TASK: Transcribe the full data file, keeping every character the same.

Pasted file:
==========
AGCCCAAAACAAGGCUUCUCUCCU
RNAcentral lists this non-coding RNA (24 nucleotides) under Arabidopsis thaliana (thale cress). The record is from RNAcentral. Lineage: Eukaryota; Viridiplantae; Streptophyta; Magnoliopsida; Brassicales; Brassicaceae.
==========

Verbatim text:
AGCCCAAAACAAGGCUUCUCUCCU
RNAcentral lists this non-coding RNA (24 nucleotides) under Arabidopsis thaliana (thale cress). The record is from RNAcentral. Lineage: Eukaryota; Viridiplantae; Streptophyta; Magnoliopsida; Brassicales; Brassicaceae.